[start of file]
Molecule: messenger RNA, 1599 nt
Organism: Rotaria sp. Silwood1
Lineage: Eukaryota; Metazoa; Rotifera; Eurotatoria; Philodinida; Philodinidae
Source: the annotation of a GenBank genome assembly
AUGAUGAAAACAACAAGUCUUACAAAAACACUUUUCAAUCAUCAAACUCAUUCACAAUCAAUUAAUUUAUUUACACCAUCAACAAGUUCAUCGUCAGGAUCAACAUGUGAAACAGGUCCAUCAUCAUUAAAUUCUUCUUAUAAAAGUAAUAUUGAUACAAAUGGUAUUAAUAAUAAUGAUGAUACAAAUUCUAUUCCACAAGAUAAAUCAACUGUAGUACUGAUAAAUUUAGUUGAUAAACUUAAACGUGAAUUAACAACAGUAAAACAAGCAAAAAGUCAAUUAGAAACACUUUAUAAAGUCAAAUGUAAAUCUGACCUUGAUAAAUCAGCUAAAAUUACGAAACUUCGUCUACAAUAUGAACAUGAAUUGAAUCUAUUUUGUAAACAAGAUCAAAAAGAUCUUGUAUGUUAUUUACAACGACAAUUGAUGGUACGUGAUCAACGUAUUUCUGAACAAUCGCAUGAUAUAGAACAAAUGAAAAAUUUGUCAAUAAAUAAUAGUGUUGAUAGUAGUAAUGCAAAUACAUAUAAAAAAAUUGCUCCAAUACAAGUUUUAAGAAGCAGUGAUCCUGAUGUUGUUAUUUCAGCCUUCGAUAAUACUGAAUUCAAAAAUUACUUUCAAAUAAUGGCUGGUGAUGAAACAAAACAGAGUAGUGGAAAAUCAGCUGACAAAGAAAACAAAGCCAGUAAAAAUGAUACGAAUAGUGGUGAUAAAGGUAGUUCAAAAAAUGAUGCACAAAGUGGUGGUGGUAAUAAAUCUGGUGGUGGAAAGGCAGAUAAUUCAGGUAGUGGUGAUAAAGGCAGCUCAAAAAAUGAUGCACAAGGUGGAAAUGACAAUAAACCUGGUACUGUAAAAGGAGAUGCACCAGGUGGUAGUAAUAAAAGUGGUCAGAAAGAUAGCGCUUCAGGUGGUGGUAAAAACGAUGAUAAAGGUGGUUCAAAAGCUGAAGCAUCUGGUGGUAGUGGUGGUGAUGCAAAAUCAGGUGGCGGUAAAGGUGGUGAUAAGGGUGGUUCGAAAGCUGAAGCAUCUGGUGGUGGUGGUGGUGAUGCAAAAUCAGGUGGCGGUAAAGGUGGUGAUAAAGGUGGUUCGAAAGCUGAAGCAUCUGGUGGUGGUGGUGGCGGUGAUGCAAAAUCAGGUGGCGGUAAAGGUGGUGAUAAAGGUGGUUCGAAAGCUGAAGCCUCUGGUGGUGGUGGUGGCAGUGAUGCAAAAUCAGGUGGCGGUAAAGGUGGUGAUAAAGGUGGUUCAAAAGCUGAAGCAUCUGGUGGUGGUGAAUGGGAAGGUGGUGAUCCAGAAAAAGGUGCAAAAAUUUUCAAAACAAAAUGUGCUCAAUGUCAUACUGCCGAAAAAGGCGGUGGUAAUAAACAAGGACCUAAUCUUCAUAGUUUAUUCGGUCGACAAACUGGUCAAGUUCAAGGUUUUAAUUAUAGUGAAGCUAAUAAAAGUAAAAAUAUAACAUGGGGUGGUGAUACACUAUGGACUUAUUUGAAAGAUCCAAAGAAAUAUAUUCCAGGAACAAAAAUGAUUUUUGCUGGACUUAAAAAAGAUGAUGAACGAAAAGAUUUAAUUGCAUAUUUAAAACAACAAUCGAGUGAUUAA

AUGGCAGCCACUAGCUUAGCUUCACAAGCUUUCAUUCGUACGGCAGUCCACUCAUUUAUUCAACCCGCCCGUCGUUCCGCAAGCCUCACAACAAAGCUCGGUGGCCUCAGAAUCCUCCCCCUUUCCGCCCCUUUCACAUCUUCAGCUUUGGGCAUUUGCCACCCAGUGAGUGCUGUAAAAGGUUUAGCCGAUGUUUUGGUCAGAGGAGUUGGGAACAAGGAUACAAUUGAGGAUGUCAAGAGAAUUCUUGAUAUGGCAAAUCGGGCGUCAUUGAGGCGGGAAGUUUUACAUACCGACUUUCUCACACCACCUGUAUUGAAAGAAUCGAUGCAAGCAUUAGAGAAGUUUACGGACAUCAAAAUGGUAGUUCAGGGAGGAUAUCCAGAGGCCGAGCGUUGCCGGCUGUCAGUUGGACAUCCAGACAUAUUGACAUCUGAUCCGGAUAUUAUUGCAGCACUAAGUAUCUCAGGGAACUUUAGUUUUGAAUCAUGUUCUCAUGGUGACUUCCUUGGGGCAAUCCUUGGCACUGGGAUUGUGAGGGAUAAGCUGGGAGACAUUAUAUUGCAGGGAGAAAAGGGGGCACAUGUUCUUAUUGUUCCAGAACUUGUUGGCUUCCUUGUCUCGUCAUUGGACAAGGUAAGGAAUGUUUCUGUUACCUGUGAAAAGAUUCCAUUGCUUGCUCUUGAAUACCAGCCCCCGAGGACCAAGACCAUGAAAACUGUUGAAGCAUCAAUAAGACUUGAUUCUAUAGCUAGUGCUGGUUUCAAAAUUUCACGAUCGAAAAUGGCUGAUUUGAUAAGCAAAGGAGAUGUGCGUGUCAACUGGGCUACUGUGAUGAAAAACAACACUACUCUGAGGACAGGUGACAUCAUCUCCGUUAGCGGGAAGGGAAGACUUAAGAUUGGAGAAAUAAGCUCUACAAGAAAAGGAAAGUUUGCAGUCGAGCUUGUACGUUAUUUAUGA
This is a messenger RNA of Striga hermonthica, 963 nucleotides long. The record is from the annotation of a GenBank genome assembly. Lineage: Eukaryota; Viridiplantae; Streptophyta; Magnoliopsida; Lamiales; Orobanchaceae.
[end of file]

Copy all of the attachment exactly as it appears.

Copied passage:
Molecule: messenger RNA, 1599 nt
Organism: Rotaria sp. Silwood1
Lineage: Eukaryota; Metazoa; Rotifera; Eurotatoria; Philodinida; Philodinidae
Source: the annotation of a GenBank genome assembly
AUGAUGAAAACAACAAGUCUUACAAAAACACUUUUCAAUCAUCAAACUCAUUCACAAUCAAUUAAUUUAUUUACACCAUCAACAAGUUCAUCGUCAGGAUCAACAUGUGAAACAGGUCCAUCAUCAUUAAAUUCUUCUUAUAAAAGUAAUAUUGAUACAAAUGGUAUUAAUAAUAAUGAUGAUACAAAUUCUAUUCCACAAGAUAAAUCAACUGUAGUACUGAUAAAUUUAGUUGAUAAACUUAAACGUGAAUUAACAACAGUAAAACAAGCAAAAAGUCAAUUAGAAACACUUUAUAAAGUCAAAUGUAAAUCUGACCUUGAUAAAUCAGCUAAAAUUACGAAACUUCGUCUACAAUAUGAACAUGAAUUGAAUCUAUUUUGUAAACAAGAUCAAAAAGAUCUUGUAUGUUAUUUACAACGACAAUUGAUGGUACGUGAUCAACGUAUUUCUGAACAAUCGCAUGAUAUAGAACAAAUGAAAAAUUUGUCAAUAAAUAAUAGUGUUGAUAGUAGUAAUGCAAAUACAUAUAAAAAAAUUGCUCCAAUACAAGUUUUAAGAAGCAGUGAUCCUGAUGUUGUUAUUUCAGCCUUCGAUAAUACUGAAUUCAAAAAUUACUUUCAAAUAAUGGCUGGUGAUGAAACAAAACAGAGUAGUGGAAAAUCAGCUGACAAAGAAAACAAAGCCAGUAAAAAUGAUACGAAUAGUGGUGAUAAAGGUAGUUCAAAAAAUGAUGCACAAAGUGGUGGUGGUAAUAAAUCUGGUGGUGGAAAGGCAGAUAAUUCAGGUAGUGGUGAUAAAGGCAGCUCAAAAAAUGAUGCACAAGGUGGAAAUGACAAUAAACCUGGUACUGUAAAAGGAGAUGCACCAGGUGGUAGUAAUAAAAGUGGUCAGAAAGAUAGCGCUUCAGGUGGUGGUAAAAACGAUGAUAAAGGUGGUUCAAAAGCUGAAGCAUCUGGUGGUAGUGGUGGUGAUGCAAAAUCAGGUGGCGGUAAAGGUGGUGAUAAGGGUGGUUCGAAAGCUGAAGCAUCUGGUGGUGGUGGUGGUGAUGCAAAAUCAGGUGGCGGUAAAGGUGGUGAUAAAGGUGGUUCGAAAGCUGAAGCAUCUGGUGGUGGUGGUGGCGGUGAUGCAAAAUCAGGUGGCGGUAAAGGUGGUGAUAAAGGUGGUUCGAAAGCUGAAGCCUCUGGUGGUGGUGGUGGCAGUGAUGCAAAAUCAGGUGGCGGUAAAGGUGGUGAUAAAGGUGGUUCAAAAGCUGAAGCAUCUGGUGGUGGUGAAUGGGAAGGUGGUGAUCCAGAAAAAGGUGCAAAAAUUUUCAAAACAAAAUGUGCUCAAUGUCAUACUGCCGAAAAAGGCGGUGGUAAUAAACAAGGACCUAAUCUUCAUAGUUUAUUCGGUCGACAAACUGGUCAAGUUCAAGGUUUUAAUUAUAGUGAAGCUAAUAAAAGUAAAAAUAUAACAUGGGGUGGUGAUACACUAUGGACUUAUUUGAAAGAUCCAAAGAAAUAUAUUCCAGGAACAAAAAUGAUUUUUGCUGGACUUAAAAAAGAUGAUGAACGAAAAGAUUUAAUUGCAUAUUUAAAACAACAAUCGAGUGAUUAA

AUGGCAGCCACUAGCUUAGCUUCACAAGCUUUCAUUCGUACGGCAGUCCACUCAUUUAUUCAACCCGCCCGUCGUUCCGCAAGCCUCACAACAAAGCUCGGUGGCCUCAGAAUCCUCCCCCUUUCCGCCCCUUUCACAUCUUCAGCUUUGGGCAUUUGCCACCCAGUGAGUGCUGUAAAAGGUUUAGCCGAUGUUUUGGUCAGAGGAGUUGGGAACAAGGAUACAAUUGAGGAUGUCAAGAGAAUUCUUGAUAUGGCAAAUCGGGCGUCAUUGAGGCGGGAAGUUUUACAUACCGACUUUCUCACACCACCUGUAUUGAAAGAAUCGAUGCAAGCAUUAGAGAAGUUUACGGACAUCAAAAUGGUAGUUCAGGGAGGAUAUCCAGAGGCCGAGCGUUGCCGGCUGUCAGUUGGACAUCCAGACAUAUUGACAUCUGAUCCGGAUAUUAUUGCAGCACUAAGUAUCUCAGGGAACUUUAGUUUUGAAUCAUGUUCUCAUGGUGACUUCCUUGGGGCAAUCCUUGGCACUGGGAUUGUGAGGGAUAAGCUGGGAGACAUUAUAUUGCAGGGAGAAAAGGGGGCACAUGUUCUUAUUGUUCCAGAACUUGUUGGCUUCCUUGUCUCGUCAUUGGACAAGGUAAGGAAUGUUUCUGUUACCUGUGAAAAGAUUCCAUUGCUUGCUCUUGAAUACCAGCCCCCGAGGACCAAGACCAUGAAAACUGUUGAAGCAUCAAUAAGACUUGAUUCUAUAGCUAGUGCUGGUUUCAAAAUUUCACGAUCGAAAAUGGCUGAUUUGAUAAGCAAAGGAGAUGUGCGUGUCAACUGGGCUACUGUGAUGAAAAACAACACUACUCUGAGGACAGGUGACAUCAUCUCCGUUAGCGGGAAGGGAAGACUUAAGAUUGGAGAAAUAAGCUCUACAAGAAAAGGAAAGUUUGCAGUCGAGCUUGUACGUUAUUUAUGA
This is a messenger RNA of Striga hermonthica, 963 nucleotides long. The record is from the annotation of a GenBank genome assembly. Lineage: Eukaryota; Viridiplantae; Streptophyta; Magnoliopsida; Lamiales; Orobanchaceae.